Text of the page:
Prime Minister Tony Blair charged him with coming up with a 10-year anti-drugs strategy to build on the 1995 (Conservative government) report "Tackling Drugs Together", Whitehall's first attempt to strategically deal with the problem.
While this strategy won cross-party support, critics say that it treated drug misuse in isolation from social factors and didn't have the funding to realise its ambitions.
The new strategy, published in April 1998, aims to:
The strategy's targets for reducing illegal drug use include:
The government says that the targets are being matched with other developments including a National Treatment agency, treatment referral at the time of arrest and the ploughing of traffickers' confiscated assets back into the community.
Scotland has already moved two steps further since devolution. The executive has looked to North America in setting up a US-style drugs enforcement agency and "drug courts", dispensing obligatory treatment programmes rather than jail terms.
Britain has experienced a sustained and growing campaign to decriminalise cannabis.
It gained impetus when the Police Foundation, an independent think tank, recommended decriminalising cannabis and ecstasy use to concentrate the law enforcement fire power elsewhere.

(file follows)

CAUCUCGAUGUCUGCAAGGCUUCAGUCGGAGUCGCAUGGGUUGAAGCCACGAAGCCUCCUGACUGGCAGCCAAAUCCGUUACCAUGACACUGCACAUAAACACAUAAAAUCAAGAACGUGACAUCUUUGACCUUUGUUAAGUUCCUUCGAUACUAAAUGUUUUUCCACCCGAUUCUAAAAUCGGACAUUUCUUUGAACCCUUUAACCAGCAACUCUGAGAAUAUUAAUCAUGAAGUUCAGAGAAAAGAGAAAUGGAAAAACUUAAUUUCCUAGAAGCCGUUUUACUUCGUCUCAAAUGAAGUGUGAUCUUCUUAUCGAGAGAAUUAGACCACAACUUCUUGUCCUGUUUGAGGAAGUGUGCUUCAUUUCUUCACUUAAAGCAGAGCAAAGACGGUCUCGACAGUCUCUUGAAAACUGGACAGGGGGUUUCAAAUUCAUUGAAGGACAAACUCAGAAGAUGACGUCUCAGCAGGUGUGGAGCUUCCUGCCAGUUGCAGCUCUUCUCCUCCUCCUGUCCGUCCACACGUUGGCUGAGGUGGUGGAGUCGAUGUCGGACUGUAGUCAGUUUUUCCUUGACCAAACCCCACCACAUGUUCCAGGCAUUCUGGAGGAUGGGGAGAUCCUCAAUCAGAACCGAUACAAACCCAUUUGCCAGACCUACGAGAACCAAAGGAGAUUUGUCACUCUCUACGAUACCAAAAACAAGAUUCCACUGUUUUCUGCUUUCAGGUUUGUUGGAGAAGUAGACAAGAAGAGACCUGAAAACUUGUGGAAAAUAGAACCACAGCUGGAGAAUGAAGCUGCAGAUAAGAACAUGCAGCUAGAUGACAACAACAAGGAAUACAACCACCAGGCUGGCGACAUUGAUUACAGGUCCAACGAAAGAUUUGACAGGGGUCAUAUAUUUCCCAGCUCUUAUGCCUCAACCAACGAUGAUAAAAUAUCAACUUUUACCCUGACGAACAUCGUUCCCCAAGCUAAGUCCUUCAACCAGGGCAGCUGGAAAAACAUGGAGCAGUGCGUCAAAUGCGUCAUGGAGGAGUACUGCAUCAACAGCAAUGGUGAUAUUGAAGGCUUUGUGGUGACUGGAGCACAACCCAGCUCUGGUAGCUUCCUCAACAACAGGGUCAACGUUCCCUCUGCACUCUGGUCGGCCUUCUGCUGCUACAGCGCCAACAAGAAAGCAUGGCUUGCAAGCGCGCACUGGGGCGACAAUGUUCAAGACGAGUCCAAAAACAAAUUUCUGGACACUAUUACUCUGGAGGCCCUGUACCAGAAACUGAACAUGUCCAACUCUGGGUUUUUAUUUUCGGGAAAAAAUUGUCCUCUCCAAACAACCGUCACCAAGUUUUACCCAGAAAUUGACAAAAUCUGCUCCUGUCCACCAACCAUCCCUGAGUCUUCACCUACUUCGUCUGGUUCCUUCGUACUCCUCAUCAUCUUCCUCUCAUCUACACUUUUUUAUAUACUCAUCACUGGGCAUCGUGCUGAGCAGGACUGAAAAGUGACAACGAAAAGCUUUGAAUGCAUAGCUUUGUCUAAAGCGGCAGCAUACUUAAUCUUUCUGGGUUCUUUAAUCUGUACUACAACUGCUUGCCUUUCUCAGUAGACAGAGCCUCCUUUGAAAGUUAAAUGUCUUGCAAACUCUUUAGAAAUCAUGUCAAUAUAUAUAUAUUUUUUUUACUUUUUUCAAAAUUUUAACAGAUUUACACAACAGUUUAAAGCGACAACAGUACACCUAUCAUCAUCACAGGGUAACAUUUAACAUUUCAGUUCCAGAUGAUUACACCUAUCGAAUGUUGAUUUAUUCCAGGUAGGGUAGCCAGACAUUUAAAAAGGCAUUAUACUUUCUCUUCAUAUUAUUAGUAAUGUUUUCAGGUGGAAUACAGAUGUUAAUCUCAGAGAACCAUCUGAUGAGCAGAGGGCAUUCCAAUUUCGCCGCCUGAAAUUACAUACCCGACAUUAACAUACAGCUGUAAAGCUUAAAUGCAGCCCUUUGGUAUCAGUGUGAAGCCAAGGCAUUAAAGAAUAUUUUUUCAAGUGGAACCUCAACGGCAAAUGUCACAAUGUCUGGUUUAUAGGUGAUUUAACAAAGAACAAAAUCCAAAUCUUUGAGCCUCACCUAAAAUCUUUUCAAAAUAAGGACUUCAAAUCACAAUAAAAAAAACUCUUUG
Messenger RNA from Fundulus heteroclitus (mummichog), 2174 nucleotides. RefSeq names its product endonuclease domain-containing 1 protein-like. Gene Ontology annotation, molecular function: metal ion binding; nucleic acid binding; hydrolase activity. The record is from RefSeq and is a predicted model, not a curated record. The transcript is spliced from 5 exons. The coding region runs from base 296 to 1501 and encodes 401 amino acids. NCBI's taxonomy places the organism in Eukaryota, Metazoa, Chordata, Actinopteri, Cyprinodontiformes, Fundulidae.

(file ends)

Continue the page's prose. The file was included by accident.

But the government's reaction was luke warm.
Prime Minister Tony Blair and Home Secretary Jack Straw maintain a hard line on drugs - but the two ministers co-ordinating the policy, are known liberals.
Cabinet Office Minister Mo Mowlam has admitted trying cannabis at university but said that she disliked it.
Her deputy, Ian McCartney, lost his son to a heroin overdose in 1999. He later called for a "new realism" arguing that if you cannot stop people taking drugs, it's better to make sure they can make informed choices.
Conservatives have been equally split. At the party's 2000 conference, Shadow home secretary Ann Widdecombe pledged to fine users £100 for even the smallest quantity of drugs found.
Within days the policy was in tatters. Eight shadow cabinet members queued up to tell the media that they had all tried it at one time or another.
Agriculture spokesman Tim Yeo stuck his neck out further than most to declare "I was offered it on occasion and enjoyed it".